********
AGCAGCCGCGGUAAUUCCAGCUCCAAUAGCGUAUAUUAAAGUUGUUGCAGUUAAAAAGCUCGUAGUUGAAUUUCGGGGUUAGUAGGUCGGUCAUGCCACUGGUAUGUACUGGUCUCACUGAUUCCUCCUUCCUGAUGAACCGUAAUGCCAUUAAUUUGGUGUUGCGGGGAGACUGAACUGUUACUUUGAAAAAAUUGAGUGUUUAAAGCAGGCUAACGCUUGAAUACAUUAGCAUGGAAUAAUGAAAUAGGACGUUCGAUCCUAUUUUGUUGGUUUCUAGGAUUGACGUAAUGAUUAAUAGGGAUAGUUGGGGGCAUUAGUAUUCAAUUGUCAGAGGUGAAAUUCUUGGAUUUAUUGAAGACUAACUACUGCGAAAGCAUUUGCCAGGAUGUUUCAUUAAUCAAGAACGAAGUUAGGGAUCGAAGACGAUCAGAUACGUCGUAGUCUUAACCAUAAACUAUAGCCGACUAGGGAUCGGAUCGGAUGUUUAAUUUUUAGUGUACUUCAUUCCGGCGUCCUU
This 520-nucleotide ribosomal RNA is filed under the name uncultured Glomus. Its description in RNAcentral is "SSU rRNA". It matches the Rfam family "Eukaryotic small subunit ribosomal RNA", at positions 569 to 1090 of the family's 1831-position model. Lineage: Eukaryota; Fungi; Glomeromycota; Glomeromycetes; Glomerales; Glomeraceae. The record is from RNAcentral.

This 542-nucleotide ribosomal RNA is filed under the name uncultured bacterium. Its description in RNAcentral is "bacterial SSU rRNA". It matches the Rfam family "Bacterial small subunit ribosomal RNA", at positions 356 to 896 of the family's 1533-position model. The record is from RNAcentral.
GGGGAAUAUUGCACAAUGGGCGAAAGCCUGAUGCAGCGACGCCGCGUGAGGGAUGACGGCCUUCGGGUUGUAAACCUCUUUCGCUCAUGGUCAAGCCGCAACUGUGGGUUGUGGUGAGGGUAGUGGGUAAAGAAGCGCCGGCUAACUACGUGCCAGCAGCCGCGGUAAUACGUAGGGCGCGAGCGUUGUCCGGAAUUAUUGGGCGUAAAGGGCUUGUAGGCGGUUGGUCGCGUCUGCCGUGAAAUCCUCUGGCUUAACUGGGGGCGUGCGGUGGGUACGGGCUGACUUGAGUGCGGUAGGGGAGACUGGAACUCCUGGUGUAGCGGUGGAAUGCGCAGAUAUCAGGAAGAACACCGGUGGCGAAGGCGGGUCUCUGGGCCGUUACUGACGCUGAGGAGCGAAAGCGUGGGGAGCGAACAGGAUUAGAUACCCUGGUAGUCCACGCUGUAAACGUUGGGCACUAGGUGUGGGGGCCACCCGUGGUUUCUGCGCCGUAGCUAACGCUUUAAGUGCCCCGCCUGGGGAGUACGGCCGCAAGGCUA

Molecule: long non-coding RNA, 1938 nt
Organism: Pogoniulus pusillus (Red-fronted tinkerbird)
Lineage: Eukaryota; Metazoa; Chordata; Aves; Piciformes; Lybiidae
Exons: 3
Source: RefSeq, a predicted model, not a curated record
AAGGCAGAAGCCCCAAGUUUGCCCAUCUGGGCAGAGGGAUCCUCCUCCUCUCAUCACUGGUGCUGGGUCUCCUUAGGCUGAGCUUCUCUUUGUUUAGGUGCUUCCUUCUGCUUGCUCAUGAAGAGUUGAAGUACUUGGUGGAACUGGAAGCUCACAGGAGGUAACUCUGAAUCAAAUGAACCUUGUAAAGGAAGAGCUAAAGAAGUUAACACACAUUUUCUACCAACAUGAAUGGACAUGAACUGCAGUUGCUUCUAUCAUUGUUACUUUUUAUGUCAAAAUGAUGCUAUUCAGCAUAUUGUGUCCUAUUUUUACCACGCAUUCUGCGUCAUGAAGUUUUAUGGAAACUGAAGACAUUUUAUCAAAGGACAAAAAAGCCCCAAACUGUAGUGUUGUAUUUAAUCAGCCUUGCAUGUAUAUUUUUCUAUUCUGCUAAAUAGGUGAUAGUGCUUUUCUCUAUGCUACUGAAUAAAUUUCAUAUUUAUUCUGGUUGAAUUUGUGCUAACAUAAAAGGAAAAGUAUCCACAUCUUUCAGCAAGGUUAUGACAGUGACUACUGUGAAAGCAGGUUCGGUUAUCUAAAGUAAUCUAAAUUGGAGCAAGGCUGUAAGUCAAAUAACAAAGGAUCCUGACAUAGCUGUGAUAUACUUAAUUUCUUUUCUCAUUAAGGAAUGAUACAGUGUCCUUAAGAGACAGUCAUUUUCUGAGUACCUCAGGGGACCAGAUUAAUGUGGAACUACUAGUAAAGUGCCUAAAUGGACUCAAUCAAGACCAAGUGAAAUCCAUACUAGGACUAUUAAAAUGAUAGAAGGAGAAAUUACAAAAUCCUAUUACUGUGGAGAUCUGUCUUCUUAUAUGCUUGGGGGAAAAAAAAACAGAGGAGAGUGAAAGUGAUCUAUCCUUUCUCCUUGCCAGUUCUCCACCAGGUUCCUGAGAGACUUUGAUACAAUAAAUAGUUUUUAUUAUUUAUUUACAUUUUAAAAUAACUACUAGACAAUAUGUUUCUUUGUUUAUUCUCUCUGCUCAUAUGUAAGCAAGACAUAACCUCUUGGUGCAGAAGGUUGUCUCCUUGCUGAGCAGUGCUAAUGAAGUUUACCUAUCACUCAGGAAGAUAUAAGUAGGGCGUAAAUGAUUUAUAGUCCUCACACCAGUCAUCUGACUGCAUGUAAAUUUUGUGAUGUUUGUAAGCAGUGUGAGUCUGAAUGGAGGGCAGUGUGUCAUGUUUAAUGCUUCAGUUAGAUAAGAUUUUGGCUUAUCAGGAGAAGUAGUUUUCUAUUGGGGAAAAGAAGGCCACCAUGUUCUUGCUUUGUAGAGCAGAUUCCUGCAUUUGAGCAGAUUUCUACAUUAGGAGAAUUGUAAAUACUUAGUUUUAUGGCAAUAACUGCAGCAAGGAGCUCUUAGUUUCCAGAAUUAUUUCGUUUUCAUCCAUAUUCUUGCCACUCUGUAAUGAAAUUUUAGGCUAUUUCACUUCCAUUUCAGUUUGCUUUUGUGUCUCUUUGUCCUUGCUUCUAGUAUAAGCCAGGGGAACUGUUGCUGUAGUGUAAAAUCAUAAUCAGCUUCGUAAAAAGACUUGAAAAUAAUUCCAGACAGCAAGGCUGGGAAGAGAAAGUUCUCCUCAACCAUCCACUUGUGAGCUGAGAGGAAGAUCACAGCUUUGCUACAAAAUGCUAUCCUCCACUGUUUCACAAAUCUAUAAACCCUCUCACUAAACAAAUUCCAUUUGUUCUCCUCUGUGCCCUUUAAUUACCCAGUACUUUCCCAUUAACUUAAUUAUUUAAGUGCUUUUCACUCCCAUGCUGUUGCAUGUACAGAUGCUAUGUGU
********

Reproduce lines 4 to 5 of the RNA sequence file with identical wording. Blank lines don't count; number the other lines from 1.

GGGGAAUAUUGCACAAUGGGCGAAAGCCUGAUGCAGCGACGCCGCGUGAGGGAUGACGGCCUUCGGGUUGUAAACCUCUUUCGCUCAUGGUCAAGCCGCAACUGUGGGUUGUGGUGAGGGUAGUGGGUAAAGAAGCGCCGGCUAACUACGUGCCAGCAGCCGCGGUAAUACGUAGGGCGCGAGCGUUGUCCGGAAUUAUUGGGCGUAAAGGGCUUGUAGGCGGUUGGUCGCGUCUGCCGUGAAAUCCUCUGGCUUAACUGGGGGCGUGCGGUGGGUACGGGCUGACUUGAGUGCGGUAGGGGAGACUGGAACUCCUGGUGUAGCGGUGGAAUGCGCAGAUAUCAGGAAGAACACCGGUGGCGAAGGCGGGUCUCUGGGCCGUUACUGACGCUGAGGAGCGAAAGCGUGGGGAGCGAACAGGAUUAGAUACCCUGGUAGUCCACGCUGUAAACGUUGGGCACUAGGUGUGGGGGCCACCCGUGGUUUCUGCGCCGUAGCUAACGCUUUAAGUGCCCCGCCUGGGGAGUACGGCCGCAAGGCUA

Molecule: long non-coding RNA, 1938 nt